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German clubs compete aggressively
by Paul Kennedy, August 20th, 2010 5AM

TAGS:  germany, soccer business


[TRANSFER WATCH] Despite the loss of young World Cup stars Mesut Ozil (Werder Bremen) and Sami Khedira (VfB Stuttgart) to Real Madrid, the Bundesliga, which begins this weekend, is thriving. High attendance, solid sponsorship support and strict management controls mean German clubs are on solid footing financially and can keep up on the international transfer market. Here are the 11 key imports over the summer ...

Michael Ballack (Bayer Leverkusen). Ballack has been a winner wherever he's played except Leverkusen. He won his first league title at Kaiserslautern in 1998, three league and cup doubles at Bayern Munich and and another league and cup double last season at Chelsea. He was injured in the FA Cup final against Portsmouth and missed out on the World Cup. Two days before the tournament, Chelsea announced it would not re-sign Ballack, who returned to Leverkusen. He had left in 2002 after one of the most notorious collapses in soccer history -- Bayer blew a five-point lead in the Bundesliga with three games to play, lost the German Cup final to Schalke and the UEFA Champions League to Real Madrid.

Raul (Schalke 04). After 20 years at Real Madrid, Raul has moved to Germany, where he joined Schalke on a two-year contract. He is the all-time leading scorer in the Champions League (66) and the all-time leading scorer for both Spain (44 goals in 102 appearances) and Real Madrid (323 goals in 740 appearances).

Christoph Metzelder (Schalke 04). Another German national team veteran to return home, Metzelder arrived from Real Madrid along with Raul after three years in Spain. Like Raul, he was a free agent.

Simon Kjaer (Wolfsburg). The Dane is considered one of the top young defenders in the world, and he helped his case with a good World Cup. He arrived from Palermo in Italy, where he was considered one of Serie's top one-on-one defenders.

Mario Mandzukic (Wolfsburg). Big-spending Wolfsburg spent $10 million on the Croatian striker, acquired from Dinamo Zagreb, where he scored 42 goals in four season. Mandzukic, 24, was born in Croatia but grew up in Germany.

Nassim Ben Khalifa (Wolfsburg). The 18-year-old forward won the Silver Ball as the runner-up in MVP voting at the 2009 Under-17 World Cup, where he helped Switzerland win the championship in emphatic fashion. Wolfsburg signed him from Grasshoppers for $3 million.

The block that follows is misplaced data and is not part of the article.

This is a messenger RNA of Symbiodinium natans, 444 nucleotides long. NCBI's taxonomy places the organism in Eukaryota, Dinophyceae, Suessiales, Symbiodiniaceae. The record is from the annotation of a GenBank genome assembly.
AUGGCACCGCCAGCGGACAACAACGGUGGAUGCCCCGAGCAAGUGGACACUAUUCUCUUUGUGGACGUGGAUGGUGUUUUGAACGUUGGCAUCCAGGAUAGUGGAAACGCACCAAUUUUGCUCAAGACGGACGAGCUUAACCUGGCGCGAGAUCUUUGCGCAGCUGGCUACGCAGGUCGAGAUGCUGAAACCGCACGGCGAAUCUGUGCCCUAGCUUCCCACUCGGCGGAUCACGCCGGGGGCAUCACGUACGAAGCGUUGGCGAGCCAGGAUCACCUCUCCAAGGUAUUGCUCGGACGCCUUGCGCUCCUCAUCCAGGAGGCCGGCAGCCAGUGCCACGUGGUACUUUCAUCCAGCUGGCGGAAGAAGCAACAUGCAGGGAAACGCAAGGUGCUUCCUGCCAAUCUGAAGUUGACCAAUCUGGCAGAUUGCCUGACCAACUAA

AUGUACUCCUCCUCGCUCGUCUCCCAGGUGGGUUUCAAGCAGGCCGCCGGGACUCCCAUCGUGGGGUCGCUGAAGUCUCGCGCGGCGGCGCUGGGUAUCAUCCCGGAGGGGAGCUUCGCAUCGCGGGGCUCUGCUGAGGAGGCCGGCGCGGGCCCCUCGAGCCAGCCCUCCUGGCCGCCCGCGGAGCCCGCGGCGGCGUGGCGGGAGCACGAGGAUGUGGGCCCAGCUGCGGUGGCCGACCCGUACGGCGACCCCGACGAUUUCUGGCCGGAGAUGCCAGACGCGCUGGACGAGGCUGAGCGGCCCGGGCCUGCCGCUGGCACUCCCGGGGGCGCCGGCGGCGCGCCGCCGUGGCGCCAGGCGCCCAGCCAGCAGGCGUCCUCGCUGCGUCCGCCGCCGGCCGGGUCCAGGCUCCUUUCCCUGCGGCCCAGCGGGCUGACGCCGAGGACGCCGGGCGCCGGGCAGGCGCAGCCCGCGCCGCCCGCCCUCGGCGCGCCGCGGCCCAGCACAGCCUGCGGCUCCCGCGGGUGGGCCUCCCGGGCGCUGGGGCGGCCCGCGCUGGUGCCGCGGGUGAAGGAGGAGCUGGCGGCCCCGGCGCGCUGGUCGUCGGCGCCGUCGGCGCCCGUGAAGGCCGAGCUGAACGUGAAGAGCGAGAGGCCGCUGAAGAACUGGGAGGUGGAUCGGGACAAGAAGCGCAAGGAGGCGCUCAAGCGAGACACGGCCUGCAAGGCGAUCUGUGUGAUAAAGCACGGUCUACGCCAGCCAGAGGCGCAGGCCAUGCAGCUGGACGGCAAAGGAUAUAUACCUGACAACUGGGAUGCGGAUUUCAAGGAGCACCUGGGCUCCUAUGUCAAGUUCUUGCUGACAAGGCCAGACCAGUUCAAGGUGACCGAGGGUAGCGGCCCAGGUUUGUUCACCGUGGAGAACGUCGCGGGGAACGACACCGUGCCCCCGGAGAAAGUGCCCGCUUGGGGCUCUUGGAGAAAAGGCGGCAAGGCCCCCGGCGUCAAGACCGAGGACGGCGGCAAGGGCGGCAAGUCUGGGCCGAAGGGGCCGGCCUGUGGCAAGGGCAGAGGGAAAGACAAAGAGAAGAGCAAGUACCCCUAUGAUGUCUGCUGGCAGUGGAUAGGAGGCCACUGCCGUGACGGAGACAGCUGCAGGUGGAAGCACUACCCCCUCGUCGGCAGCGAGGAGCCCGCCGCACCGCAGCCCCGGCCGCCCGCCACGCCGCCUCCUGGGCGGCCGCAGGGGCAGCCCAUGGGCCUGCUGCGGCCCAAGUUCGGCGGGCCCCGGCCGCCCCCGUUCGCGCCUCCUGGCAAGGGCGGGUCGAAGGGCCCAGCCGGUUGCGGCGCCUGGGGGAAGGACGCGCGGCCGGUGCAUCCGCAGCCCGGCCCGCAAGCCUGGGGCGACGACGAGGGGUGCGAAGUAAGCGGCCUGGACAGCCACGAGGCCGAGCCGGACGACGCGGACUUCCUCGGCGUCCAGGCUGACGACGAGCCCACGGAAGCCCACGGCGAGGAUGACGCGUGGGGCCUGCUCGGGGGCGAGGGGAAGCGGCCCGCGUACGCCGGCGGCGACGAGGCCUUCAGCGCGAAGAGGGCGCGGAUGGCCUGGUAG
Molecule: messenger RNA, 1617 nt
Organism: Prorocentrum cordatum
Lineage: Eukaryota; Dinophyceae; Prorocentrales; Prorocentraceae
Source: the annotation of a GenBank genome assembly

Marko Arnautovic (Werder Bremen). Born in Vienna to a Serbian father and Austria mother, he debuted for FC Twente in the Netherlands and then moved on loan to Inter Milan, where he played only three league games in 2009-10. Whether the 21-year-old Austrian international, sold for $9 million, lasts at Bremen remains to be seen. Arnautovic's poor attitude has already landed him in the dog house.

Robert Lewandowski (Borussia Dortmund). Lewandowski only turns 22 on Saturday but already has played 24 times for Poland. He had 32 goals in two seasons at Lech Poznan, which sold him for $6 million.

Johan Audel (VfB Stuttgart). The 26-year-old French midfielder was a late addition at Stuttgart, arriving in a $5 million transfer deal from Valenciennes, where he scored 23 goals over the last three seasons.

Emanuel Pogatetz (Hannover 96). The Austrian national team captain has spent the last five seasons in England with Middlesbrough and should provide some stability in the back to a Hannover team that just narrowly avoided relegation last spring. An added bonus for Hannover: he arrived as a free agent.

Atsuto Uchida (Schalke 04). Uchida, 22, is one of the most highly rated right backs to come out of the J-League, where he three titles in four seasons with Kashima Antlers. He's impressed the Schalke staff with his effort to integrate himself into the team, skipping vacation after the World Cup to head to preseason training.

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